7 comments:

LurkerWithout said...

I had issues 2-4 of this series, before limited finances cut back how many X-books I could pick up. I actually liked the Magneto and Nightcrawler issues. I can't remember a damn thing about the Sabretooth one though...

Mike Loughlin said...

I think Dan Panoshian's inking was responsible for the book's overall look. His poor-man's Scott Williams style was the X-books were trying for in 1993.

James said...

There was one great issue of X-Men Unlimited, which I really loved. It was a short story reuniting Chris Claremont and Bill Sienkiewicz with the New Mutants (and, in a clever conceit, the original five New Mutants themselves reuinted in the story).

The back up story was just as good - a Lockheed tale pencilled by Paul Smith (I forgot who the writer was; it might have been Claremont again). This one was meant to explain where Lockheed was and why he wasn't with Kitty Pryde after the end of Excalibur, but it works wonderfully as a stand-alone tale (you don't need to know a thing about X-continuity to enjoy it). I've actually bought multiple copies of this issue, just because I like it so darn much.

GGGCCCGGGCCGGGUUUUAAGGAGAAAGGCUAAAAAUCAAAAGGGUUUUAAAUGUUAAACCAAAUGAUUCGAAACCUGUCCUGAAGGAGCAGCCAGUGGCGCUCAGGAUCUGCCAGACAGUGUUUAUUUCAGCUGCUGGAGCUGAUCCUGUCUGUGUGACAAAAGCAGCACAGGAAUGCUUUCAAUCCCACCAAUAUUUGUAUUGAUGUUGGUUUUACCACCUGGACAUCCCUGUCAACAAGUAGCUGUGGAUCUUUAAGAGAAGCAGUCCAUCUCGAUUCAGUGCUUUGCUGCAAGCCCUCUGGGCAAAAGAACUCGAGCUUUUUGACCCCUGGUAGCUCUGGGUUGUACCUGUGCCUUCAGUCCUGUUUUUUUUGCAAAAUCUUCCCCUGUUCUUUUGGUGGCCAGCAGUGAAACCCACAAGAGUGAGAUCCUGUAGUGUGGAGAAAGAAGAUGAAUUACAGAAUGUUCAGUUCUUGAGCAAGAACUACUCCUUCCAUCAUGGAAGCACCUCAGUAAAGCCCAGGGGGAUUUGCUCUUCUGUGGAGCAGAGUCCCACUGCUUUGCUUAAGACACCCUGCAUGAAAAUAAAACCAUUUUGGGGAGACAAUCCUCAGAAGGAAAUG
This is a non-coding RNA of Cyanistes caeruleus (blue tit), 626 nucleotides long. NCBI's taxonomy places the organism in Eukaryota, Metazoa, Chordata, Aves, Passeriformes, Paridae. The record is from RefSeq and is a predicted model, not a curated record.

Teebore said...

Even as X-Obsessed kid I knew how lame Sienna Blaze was.

Anonymous said...

"If X-Men Unlimited had maintained even this level of quality, maybe people would have fonder memories of the title."

In fact, this is the issue I think of when I think of X-Men Unlimited. I stopped reading X-comics around this time, so the title never acquired any bad feelings for me.